Ethnographic Arms & Armour

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-   -   Maghrebi (?) Saif for Comment (http://www.vikingsword.com/vb/showthread.php?t=14310)

TVV 26th September 2011 02:25 AM

Maghrebi (?) Saif for Comment
 
5 Attachment(s)
This sword was found in Northern Bulgaria, but it certainly does not look Balkan or Eastern European. To me it looks like an early Maghrebi saif, based on the hilt. Interestingly, it is made og two cow horn scales and not from a single piece of horn. The blade is marked with a Gurda - could it be Italian?

It belongs to a friend of mine and we both appreciate all your comments.

Thank you,
Teodor

kahnjar1 26th September 2011 04:51 AM

Certainly has that North African look about it. As to age I can not comment. Interesting piece.
http://www.vikingsword.com/vb/showthread.php?t=14143
Check this thread particularly pics on post #39. Remarkably similar style.
Stu

Gavin Nugent 26th September 2011 05:42 AM

Quote:

Originally Posted by kahnjar1
Certainly has that North African look about it. As to age I can not comment. Interesting piece.
http://www.vikingsword.com/vb/showthread.php?t=14143
Check this thread particularly pics on post #39. Remarkably similar style.
Stu

I agree with Jim's assessment in post #43 that it is likely a Bedouin sabre.

I think Broadaxe will be able to have the final word on this as he has a fine collection of Bedouin sabres.

The example you show looks to have a very fine old blade on it.

Perhaps a short PM or email to Broadaxe would be beneficial.


Gav

TVV 26th September 2011 06:53 AM

Thank you Gentlemen,
The example in the other thread is exactly of the same hilt style.
Bedouin is certainly a possibility. The Sinai/Palestine examples (as identified by Artzi) tend to be characterized by a lack of a knuckle guard. However, I do not know enough about them, and there may be variations.
I have sent a PM to broadaxe, hopefully he will chime in.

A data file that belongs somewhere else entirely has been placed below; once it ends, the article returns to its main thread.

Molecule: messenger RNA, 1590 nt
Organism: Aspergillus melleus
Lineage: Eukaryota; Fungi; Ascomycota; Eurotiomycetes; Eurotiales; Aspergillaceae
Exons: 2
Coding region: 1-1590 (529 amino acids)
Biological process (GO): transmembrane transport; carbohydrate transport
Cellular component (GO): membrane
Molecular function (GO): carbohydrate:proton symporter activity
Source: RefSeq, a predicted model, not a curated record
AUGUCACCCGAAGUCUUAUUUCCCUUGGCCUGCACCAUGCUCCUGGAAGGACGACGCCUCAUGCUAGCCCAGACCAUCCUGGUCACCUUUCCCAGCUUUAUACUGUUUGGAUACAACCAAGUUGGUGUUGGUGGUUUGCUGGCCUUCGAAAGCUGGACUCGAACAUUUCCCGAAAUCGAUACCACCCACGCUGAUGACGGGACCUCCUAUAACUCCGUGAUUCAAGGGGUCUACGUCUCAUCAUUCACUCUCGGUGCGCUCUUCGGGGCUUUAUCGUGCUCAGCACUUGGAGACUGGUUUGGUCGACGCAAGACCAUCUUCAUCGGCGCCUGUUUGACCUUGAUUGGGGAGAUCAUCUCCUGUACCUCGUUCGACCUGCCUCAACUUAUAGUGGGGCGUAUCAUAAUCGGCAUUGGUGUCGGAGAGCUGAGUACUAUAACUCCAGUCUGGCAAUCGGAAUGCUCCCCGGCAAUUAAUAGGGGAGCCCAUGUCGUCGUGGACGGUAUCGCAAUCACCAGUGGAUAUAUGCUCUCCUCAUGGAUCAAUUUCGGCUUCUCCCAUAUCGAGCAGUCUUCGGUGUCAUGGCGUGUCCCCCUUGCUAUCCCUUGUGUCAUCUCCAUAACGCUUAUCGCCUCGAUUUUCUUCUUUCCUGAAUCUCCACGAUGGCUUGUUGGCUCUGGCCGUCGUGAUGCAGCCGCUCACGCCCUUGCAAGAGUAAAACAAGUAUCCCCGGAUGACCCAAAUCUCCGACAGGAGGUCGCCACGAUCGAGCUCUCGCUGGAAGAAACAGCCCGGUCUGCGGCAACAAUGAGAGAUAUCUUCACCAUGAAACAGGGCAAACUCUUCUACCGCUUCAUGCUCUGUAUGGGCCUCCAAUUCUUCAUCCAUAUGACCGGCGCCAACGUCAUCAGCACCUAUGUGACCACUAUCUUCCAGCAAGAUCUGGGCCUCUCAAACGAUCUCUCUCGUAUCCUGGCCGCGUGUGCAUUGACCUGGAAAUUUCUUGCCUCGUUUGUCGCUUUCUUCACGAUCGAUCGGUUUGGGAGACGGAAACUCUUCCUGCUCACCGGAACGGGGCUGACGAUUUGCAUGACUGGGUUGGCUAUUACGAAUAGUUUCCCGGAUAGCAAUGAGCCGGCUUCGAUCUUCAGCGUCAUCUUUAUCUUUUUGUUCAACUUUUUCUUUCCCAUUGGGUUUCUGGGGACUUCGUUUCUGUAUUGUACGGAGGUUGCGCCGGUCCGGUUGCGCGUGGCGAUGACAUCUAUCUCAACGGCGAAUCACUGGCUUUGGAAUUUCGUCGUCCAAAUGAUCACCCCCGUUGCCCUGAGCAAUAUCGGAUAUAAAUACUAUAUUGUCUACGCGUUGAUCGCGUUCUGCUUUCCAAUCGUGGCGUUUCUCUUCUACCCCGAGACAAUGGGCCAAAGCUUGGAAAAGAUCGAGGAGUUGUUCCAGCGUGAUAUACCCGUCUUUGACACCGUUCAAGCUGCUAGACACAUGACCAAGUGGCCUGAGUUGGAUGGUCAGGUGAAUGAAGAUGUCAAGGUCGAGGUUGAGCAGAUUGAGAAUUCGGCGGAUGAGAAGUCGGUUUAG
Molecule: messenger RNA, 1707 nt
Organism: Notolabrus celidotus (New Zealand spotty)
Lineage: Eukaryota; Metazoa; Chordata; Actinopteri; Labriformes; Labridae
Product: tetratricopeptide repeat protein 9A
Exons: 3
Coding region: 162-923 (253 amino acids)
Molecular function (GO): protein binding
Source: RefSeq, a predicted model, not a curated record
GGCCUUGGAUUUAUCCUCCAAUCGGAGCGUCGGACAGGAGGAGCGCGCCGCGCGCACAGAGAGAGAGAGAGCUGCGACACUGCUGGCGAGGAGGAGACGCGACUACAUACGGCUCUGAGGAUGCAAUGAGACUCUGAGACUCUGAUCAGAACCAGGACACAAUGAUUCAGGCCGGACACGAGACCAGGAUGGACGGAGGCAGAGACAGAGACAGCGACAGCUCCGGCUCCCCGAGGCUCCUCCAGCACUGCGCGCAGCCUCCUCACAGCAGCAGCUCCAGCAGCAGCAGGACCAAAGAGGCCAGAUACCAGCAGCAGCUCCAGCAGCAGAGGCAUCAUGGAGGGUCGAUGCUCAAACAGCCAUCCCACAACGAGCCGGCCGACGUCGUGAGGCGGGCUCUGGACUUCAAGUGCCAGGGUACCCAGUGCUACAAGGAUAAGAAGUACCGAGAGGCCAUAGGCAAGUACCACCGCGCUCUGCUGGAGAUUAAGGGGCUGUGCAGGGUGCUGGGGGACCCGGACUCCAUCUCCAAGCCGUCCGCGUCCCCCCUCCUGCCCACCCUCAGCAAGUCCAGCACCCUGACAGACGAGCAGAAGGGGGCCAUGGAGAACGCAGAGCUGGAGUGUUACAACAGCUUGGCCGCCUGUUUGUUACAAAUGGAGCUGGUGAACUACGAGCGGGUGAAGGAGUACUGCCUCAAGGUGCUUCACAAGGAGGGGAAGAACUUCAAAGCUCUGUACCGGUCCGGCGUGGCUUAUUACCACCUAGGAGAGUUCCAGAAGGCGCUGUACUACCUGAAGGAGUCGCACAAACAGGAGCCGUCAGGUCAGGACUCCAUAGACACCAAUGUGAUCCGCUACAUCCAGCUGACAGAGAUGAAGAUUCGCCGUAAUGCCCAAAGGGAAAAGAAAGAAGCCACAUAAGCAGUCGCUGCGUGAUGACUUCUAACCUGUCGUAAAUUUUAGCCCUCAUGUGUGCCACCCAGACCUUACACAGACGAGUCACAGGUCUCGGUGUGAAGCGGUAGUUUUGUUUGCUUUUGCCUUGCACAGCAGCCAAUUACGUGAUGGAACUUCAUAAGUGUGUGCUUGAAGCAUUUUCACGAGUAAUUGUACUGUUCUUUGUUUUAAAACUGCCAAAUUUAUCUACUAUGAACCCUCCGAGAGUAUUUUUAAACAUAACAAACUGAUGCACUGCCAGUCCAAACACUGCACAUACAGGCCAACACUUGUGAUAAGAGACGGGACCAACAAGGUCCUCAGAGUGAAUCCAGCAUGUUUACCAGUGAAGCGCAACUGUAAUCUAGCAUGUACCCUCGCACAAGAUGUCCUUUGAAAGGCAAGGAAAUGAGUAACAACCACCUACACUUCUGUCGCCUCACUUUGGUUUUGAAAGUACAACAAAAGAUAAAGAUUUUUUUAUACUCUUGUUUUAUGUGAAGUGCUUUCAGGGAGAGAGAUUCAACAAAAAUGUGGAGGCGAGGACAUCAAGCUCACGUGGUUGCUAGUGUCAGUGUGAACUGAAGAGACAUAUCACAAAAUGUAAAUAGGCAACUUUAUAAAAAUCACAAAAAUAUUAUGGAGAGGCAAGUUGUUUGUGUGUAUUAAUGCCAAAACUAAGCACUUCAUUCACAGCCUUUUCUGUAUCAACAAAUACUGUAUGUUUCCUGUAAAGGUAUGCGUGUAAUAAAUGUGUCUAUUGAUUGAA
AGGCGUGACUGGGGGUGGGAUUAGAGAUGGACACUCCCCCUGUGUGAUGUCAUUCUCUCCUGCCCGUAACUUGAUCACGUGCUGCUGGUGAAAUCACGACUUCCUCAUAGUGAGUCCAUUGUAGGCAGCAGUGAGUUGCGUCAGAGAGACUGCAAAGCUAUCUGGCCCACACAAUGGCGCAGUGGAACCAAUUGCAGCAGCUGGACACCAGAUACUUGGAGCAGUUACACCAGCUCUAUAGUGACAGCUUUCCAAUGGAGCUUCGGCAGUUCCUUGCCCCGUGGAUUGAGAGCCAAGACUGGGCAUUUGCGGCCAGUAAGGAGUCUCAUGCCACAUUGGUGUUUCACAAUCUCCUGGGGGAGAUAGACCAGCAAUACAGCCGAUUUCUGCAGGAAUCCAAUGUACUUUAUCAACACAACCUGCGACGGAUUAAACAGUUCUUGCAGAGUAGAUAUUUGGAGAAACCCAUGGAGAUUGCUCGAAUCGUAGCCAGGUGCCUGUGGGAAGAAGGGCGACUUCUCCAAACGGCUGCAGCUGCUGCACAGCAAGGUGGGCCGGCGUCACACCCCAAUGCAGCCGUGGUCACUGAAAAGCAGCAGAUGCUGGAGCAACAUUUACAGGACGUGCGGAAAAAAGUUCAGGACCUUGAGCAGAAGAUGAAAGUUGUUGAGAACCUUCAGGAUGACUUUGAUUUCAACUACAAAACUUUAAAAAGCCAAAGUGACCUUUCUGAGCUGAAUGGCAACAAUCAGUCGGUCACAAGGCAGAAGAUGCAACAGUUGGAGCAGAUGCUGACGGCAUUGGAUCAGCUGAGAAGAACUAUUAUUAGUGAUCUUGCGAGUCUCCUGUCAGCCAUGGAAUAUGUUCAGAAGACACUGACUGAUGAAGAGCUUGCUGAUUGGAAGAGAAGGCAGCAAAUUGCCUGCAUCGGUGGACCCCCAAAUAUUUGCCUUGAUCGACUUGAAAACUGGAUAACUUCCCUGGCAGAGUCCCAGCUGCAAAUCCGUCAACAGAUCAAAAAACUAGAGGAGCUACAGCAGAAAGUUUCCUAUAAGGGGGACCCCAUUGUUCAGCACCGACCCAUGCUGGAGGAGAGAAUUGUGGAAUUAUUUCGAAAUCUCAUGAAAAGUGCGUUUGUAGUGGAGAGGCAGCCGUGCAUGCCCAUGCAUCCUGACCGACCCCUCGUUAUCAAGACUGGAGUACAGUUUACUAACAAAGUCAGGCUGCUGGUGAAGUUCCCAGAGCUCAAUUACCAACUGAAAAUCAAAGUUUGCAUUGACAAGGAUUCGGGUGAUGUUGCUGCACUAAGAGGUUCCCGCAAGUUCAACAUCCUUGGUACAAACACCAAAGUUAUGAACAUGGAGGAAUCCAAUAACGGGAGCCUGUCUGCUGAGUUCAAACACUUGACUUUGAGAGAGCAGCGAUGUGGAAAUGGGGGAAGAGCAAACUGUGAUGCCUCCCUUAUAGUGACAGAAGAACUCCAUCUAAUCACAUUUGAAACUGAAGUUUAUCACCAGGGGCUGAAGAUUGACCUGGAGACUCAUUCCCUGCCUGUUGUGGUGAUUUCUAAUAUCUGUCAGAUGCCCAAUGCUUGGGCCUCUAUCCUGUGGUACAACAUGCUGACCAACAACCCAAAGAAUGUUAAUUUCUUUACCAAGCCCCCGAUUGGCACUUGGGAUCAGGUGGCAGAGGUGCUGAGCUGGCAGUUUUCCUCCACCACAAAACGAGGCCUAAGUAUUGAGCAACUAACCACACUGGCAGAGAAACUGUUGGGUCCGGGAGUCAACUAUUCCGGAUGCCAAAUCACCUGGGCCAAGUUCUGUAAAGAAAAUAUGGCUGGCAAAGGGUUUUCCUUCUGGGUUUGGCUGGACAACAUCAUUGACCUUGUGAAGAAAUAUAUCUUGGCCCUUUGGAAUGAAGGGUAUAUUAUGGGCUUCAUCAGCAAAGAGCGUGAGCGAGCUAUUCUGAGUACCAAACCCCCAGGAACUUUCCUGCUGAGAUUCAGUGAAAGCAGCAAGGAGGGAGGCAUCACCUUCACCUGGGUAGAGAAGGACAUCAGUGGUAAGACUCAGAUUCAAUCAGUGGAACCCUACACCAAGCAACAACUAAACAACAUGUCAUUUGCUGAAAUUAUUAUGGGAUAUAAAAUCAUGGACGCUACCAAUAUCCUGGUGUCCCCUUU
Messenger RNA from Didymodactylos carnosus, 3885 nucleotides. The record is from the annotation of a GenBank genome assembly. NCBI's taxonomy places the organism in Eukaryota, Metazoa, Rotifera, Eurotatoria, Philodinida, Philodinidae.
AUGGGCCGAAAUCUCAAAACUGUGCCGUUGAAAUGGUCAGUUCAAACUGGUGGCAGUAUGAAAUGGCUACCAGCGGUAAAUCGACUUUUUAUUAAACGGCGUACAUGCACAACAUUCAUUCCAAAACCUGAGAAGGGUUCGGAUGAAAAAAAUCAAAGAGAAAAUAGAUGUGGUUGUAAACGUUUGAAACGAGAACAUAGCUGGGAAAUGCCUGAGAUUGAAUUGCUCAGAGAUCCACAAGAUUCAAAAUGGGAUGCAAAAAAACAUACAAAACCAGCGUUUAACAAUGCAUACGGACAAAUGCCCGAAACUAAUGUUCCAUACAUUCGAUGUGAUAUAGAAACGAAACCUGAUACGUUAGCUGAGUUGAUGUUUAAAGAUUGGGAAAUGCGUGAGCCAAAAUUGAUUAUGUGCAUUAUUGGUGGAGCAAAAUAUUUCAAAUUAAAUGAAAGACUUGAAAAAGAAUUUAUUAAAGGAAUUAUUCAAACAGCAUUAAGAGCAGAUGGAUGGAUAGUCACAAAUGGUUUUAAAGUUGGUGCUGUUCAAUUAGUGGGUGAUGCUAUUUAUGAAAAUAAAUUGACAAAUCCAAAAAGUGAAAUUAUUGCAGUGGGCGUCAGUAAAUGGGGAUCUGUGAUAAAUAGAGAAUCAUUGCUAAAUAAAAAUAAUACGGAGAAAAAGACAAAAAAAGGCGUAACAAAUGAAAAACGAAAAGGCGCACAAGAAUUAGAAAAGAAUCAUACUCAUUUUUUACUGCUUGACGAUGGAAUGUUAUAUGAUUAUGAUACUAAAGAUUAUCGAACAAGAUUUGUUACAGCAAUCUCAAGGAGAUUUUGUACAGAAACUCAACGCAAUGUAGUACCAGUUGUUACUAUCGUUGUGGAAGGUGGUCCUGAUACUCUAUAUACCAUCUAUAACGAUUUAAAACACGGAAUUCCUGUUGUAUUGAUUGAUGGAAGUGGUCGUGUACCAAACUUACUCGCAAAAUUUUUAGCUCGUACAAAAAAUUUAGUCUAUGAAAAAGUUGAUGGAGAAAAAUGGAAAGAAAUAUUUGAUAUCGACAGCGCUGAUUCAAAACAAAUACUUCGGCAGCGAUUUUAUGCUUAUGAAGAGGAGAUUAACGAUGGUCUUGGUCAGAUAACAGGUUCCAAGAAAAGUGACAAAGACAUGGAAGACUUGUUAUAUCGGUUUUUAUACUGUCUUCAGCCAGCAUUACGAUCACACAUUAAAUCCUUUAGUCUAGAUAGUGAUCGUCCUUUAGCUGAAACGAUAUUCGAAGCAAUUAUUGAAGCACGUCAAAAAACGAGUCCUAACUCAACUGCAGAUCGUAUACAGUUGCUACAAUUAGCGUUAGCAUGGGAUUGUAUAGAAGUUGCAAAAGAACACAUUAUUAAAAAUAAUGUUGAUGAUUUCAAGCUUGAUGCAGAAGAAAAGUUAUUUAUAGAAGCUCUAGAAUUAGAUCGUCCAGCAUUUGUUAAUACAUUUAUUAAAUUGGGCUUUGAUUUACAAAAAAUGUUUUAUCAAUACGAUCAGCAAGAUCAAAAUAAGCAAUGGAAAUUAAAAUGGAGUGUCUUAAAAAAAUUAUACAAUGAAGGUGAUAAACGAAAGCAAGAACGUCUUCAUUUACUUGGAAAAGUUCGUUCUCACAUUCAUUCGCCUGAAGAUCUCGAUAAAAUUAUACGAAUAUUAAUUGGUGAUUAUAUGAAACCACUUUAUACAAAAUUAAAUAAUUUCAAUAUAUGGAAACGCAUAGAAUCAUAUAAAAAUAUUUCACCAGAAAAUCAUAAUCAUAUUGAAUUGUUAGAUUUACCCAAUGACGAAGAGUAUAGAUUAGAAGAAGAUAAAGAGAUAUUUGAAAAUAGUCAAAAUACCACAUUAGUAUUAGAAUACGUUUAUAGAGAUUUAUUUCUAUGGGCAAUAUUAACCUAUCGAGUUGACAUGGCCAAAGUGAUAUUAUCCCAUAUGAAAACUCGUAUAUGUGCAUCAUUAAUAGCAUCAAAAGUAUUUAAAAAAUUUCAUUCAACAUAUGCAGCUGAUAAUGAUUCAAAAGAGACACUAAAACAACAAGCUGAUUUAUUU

Regards,
Teodor

broadaxe 26th September 2011 08:45 AM

What an interesting saber with a strong Badawi flavor. First let's look at the blade: geometrical profile appears to be European military saber of the late 19th century but the presence of gurdas suggest it was made primely for the trade market. The steel looks pattern welded! Rare but not out of the equation. Second, the hilt is a hybrid of North-African influence with degraded Nimcha-style guard and the grips are pure Bedouin technique, twin (horn?) slabs with simple rivets and reinforcing brass bands. I believe this is a kind of premium Sinai Bedouin saber put together, because of the high quality blade, the horn grips have unusual fine cannelures and the d-guard engraved with typical criss-cross pattern that can be seen on axe heads, war hammers, billhooks and even fire-steels from the region of Sinai and parts of Israel (I think also in Jordan).

A.alnakkas 26th September 2011 01:07 PM

Hmmm there is a similar one in Tirri's book, he clasified it as Algerian Nimcha.

Gavin Nugent 26th September 2011 02:31 PM

Quote:

Originally Posted by A.alnakkas
Tirri's book

Nuff said ;-)

Gav

A.alnakkas 26th September 2011 03:40 PM

Quote:

Originally Posted by freebooter
Nuff said ;-)

Gav

Hah, explain it on an email mate :-P

Jim McDougall 26th September 2011 08:10 PM

Thank you Gav, for the kind reference to my previous comments on the cited thread and as you have noted, Broadaxe has outstanding knowledge of these weapons as well as well situated collection of them, as shown by his outstanding post.
A. Ainakkas, the wonderfully photographed book by Mr. Tirri is an outstanding collectors guidebook which is large on photography but in my opinion wanting with regard to detail in captioning and assessment, particularly in cited references. I would note here that it is typically dangerous to regard any material published as the final word on things such as identification or classification without subsequent corroboration in other references ( I am not directing toward you as I know you simply cited that as a reference). As with most published material, it is of course common for new evidence and data to surface which results in revision of the original material. In many cases when statements or observations are based more on opinion that supported material, and not clearly qualified as such, it can lead to unfortunate outcome circumstantially.